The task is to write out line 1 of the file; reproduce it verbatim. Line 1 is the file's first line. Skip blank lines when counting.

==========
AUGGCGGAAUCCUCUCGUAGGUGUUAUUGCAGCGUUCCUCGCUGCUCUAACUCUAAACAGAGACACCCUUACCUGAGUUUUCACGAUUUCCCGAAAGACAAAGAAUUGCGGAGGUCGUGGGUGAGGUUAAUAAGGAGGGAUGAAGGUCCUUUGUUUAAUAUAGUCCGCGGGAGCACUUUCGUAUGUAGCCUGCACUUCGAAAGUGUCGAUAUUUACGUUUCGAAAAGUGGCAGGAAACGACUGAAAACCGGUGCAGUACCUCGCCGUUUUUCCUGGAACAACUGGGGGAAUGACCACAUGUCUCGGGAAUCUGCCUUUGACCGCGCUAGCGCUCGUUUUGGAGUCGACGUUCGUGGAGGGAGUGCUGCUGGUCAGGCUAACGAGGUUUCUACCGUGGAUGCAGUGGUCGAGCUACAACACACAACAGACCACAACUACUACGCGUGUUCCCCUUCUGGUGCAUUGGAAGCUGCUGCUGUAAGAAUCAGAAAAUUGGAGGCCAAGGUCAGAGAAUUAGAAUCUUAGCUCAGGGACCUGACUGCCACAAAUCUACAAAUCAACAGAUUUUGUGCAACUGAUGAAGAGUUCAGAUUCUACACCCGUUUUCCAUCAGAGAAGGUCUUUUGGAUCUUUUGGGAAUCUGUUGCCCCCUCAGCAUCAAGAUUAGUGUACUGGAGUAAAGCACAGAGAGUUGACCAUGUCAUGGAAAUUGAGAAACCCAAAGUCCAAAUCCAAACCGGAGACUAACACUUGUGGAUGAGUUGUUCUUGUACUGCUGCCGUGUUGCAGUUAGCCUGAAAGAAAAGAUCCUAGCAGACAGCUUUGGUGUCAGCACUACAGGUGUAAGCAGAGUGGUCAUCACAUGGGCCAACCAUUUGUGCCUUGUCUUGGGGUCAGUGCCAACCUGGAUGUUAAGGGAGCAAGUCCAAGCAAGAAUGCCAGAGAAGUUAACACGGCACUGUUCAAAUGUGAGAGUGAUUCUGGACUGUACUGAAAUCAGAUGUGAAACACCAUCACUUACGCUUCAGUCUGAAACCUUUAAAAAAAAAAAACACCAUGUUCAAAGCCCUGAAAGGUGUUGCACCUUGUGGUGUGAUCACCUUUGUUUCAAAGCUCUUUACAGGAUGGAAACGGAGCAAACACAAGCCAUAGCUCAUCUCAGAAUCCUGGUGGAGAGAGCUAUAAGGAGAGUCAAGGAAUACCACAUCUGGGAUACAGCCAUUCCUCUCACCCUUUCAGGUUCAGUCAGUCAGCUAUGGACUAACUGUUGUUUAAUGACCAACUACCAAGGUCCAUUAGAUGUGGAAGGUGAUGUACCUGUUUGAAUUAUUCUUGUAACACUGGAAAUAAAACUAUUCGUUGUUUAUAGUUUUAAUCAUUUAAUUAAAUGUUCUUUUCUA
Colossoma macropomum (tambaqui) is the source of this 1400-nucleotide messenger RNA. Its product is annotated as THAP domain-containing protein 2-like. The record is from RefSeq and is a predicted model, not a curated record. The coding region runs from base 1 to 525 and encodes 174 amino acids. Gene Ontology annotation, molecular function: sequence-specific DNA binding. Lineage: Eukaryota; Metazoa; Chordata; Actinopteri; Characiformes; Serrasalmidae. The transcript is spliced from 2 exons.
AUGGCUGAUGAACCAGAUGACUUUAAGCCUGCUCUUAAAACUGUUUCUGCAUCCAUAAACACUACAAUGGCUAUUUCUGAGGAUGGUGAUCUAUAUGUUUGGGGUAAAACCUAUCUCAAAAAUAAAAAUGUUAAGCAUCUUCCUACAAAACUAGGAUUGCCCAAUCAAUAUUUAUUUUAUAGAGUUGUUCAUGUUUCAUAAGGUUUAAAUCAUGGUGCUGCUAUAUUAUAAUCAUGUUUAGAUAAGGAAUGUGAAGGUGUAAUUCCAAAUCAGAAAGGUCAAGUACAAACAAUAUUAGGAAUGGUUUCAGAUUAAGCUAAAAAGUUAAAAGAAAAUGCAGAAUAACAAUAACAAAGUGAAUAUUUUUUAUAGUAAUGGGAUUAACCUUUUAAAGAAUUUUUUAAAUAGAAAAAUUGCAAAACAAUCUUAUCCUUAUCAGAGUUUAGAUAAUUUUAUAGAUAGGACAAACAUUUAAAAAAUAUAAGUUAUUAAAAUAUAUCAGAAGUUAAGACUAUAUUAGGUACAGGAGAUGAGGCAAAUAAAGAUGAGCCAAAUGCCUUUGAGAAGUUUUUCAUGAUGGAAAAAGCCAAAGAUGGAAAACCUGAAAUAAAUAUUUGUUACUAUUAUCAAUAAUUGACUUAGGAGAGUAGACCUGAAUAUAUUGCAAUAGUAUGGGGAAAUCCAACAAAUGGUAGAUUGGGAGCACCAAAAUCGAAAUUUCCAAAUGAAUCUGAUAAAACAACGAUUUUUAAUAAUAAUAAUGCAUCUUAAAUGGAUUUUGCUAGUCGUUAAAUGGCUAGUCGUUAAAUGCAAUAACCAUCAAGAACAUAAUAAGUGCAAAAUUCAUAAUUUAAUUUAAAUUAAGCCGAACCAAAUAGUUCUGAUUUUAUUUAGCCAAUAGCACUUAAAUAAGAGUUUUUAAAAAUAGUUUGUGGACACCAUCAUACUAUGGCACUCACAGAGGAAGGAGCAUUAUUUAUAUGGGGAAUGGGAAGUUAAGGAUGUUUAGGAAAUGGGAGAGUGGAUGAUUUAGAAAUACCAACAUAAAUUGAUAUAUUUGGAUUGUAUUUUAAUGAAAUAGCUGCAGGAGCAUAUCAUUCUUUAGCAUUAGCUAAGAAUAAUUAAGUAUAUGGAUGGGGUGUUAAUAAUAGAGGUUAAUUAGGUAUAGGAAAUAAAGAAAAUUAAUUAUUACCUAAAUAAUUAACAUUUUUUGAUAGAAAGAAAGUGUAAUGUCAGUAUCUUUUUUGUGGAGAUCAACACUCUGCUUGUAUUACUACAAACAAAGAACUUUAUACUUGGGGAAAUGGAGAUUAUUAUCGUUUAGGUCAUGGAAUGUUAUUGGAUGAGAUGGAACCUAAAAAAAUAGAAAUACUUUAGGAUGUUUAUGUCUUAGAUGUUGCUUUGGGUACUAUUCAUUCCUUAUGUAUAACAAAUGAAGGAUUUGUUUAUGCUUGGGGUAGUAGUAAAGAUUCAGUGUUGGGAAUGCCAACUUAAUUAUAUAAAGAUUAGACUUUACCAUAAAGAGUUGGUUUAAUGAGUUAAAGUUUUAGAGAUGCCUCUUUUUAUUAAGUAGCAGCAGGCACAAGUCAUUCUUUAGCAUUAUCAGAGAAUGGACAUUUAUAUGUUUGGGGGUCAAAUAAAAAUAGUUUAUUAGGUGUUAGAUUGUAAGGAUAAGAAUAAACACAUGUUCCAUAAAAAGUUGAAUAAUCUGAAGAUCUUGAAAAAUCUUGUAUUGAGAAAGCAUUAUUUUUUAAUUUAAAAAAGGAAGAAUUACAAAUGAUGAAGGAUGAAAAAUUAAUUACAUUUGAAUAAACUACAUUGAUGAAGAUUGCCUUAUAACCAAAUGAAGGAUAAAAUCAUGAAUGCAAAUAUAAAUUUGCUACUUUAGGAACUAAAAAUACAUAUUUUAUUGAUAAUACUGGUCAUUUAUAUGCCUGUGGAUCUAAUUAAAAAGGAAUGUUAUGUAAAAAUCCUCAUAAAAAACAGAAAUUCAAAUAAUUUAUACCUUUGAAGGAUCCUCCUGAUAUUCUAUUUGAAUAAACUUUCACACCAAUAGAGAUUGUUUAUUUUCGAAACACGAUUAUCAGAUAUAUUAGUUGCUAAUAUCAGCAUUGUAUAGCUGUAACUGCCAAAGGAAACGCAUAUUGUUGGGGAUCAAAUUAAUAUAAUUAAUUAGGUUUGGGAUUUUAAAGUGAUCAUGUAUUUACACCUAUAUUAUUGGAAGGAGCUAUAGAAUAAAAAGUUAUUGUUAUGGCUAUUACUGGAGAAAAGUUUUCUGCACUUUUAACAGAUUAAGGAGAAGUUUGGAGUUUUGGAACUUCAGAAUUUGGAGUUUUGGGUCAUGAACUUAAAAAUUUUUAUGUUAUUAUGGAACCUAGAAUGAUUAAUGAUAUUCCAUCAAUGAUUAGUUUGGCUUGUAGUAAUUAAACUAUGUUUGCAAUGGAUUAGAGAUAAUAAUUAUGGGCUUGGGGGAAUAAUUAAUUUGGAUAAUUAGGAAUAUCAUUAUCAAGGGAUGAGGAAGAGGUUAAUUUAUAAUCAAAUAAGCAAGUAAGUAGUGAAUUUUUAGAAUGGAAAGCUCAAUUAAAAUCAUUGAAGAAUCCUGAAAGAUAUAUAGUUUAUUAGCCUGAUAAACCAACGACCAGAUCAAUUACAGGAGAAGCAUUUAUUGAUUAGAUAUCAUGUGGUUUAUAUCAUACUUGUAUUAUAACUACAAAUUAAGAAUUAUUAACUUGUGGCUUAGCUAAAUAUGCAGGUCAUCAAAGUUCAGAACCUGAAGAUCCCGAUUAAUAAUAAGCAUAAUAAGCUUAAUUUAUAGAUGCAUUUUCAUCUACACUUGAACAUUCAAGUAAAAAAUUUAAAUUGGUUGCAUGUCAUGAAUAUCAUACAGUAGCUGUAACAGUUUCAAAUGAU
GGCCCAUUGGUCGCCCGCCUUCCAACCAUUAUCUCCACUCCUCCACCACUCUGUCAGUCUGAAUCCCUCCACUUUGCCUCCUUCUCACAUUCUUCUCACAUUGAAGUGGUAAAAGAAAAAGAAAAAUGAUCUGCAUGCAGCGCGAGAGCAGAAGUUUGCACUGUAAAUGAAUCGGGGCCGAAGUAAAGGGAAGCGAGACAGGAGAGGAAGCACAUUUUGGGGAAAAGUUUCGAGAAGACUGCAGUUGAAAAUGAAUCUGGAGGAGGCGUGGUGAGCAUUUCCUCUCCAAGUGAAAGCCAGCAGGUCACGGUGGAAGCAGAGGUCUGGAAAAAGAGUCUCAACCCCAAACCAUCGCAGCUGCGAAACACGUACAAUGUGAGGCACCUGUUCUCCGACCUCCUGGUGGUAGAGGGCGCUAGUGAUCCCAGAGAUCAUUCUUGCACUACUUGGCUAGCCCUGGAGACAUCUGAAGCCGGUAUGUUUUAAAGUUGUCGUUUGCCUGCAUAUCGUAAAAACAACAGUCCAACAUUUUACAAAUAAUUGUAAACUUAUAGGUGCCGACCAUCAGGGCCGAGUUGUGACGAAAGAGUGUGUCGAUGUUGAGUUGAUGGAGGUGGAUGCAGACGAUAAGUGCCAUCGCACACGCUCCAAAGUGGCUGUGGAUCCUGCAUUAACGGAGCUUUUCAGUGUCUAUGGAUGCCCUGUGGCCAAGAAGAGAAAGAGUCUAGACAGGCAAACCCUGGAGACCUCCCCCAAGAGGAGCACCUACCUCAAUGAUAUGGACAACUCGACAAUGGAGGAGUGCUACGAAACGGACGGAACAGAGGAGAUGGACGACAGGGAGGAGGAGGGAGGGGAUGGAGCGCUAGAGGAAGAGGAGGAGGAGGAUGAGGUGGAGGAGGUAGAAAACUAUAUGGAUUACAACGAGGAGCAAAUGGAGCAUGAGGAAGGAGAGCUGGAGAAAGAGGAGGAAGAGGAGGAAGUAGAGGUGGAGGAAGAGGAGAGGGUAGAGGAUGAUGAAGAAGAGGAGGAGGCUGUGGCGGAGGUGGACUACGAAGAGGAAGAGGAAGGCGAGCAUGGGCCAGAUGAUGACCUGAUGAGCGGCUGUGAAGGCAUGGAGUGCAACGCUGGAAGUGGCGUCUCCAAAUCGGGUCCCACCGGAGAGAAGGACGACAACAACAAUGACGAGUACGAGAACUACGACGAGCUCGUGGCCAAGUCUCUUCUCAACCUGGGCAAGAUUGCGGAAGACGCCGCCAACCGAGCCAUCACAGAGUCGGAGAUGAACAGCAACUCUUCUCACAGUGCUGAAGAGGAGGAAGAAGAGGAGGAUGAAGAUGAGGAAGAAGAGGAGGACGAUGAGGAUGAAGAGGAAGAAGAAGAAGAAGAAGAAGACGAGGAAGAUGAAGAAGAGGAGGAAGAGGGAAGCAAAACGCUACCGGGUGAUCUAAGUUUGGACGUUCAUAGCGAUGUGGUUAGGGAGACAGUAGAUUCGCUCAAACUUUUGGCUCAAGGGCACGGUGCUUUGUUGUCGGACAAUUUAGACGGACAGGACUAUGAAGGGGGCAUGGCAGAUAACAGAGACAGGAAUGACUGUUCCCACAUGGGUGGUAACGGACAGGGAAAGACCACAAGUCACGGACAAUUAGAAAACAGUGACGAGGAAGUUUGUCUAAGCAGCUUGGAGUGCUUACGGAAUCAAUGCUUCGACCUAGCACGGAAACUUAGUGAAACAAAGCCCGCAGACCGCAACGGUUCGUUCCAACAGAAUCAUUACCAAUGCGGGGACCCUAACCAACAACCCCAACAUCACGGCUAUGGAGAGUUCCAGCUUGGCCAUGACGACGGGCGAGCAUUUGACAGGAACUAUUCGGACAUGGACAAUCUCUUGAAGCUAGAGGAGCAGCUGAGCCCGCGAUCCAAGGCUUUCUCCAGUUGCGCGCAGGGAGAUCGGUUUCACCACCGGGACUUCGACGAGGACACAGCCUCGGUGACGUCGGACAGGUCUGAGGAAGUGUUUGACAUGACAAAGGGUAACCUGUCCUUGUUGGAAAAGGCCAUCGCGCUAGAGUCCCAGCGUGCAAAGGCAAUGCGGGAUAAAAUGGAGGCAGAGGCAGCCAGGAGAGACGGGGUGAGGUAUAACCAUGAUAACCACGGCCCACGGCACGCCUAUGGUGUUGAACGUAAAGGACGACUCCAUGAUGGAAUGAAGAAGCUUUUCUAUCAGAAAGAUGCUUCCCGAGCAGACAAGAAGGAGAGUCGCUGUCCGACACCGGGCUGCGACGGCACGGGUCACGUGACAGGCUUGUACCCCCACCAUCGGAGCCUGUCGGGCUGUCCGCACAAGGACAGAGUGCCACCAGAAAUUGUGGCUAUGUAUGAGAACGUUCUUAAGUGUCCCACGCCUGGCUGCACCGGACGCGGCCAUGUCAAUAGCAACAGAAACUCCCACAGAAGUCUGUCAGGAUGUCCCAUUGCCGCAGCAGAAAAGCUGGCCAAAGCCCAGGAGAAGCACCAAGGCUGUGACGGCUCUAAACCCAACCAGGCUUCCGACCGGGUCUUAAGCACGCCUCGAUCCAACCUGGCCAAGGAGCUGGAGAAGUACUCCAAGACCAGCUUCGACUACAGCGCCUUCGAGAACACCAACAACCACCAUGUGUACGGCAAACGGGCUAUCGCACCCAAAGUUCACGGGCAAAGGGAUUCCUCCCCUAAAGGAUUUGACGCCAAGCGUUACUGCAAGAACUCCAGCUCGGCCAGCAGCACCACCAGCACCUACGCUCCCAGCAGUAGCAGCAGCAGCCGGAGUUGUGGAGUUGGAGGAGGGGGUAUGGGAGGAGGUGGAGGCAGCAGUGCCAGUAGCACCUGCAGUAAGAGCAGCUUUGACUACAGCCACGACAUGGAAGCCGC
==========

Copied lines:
AUGGCGGAAUCCUCUCGUAGGUGUUAUUGCAGCGUUCCUCGCUGCUCUAACUCUAAACAGAGACACCCUUACCUGAGUUUUCACGAUUUCCCGAAAGACAAAGAAUUGCGGAGGUCGUGGGUGAGGUUAAUAAGGAGGGAUGAAGGUCCUUUGUUUAAUAUAGUCCGCGGGAGCACUUUCGUAUGUAGCCUGCACUUCGAAAGUGUCGAUAUUUACGUUUCGAAAAGUGGCAGGAAACGACUGAAAACCGGUGCAGUACCUCGCCGUUUUUCCUGGAACAACUGGGGGAAUGACCACAUGUCUCGGGAAUCUGCCUUUGACCGCGCUAGCGCUCGUUUUGGAGUCGACGUUCGUGGAGGGAGUGCUGCUGGUCAGGCUAACGAGGUUUCUACCGUGGAUGCAGUGGUCGAGCUACAACACACAACAGACCACAACUACUACGCGUGUUCCCCUUCUGGUGCAUUGGAAGCUGCUGCUGUAAGAAUCAGAAAAUUGGAGGCCAAGGUCAGAGAAUUAGAAUCUUAGCUCAGGGACCUGACUGCCACAAAUCUACAAAUCAACAGAUUUUGUGCAACUGAUGAAGAGUUCAGAUUCUACACCCGUUUUCCAUCAGAGAAGGUCUUUUGGAUCUUUUGGGAAUCUGUUGCCCCCUCAGCAUCAAGAUUAGUGUACUGGAGUAAAGCACAGAGAGUUGACCAUGUCAUGGAAAUUGAGAAACCCAAAGUCCAAAUCCAAACCGGAGACUAACACUUGUGGAUGAGUUGUUCUUGUACUGCUGCCGUGUUGCAGUUAGCCUGAAAGAAAAGAUCCUAGCAGACAGCUUUGGUGUCAGCACUACAGGUGUAAGCAGAGUGGUCAUCACAUGGGCCAACCAUUUGUGCCUUGUCUUGGGGUCAGUGCCAACCUGGAUGUUAAGGGAGCAAGUCCAAGCAAGAAUGCCAGAGAAGUUAACACGGCACUGUUCAAAUGUGAGAGUGAUUCUGGACUGUACUGAAAUCAGAUGUGAAACACCAUCACUUACGCUUCAGUCUGAAACCUUUAAAAAAAAAAAACACCAUGUUCAAAGCCCUGAAAGGUGUUGCACCUUGUGGUGUGAUCACCUUUGUUUCAAAGCUCUUUACAGGAUGGAAACGGAGCAAACACAAGCCAUAGCUCAUCUCAGAAUCCUGGUGGAGAGAGCUAUAAGGAGAGUCAAGGAAUACCACAUCUGGGAUACAGCCAUUCCUCUCACCCUUUCAGGUUCAGUCAGUCAGCUAUGGACUAACUGUUGUUUAAUGACCAACUACCAAGGUCCAUUAGAUGUGGAAGGUGAUGUACCUGUUUGAAUUAUUCUUGUAACACUGGAAAUAAAACUAUUCGUUGUUUAUAGUUUUAAUCAUUUAAUUAAAUGUUCUUUUCUA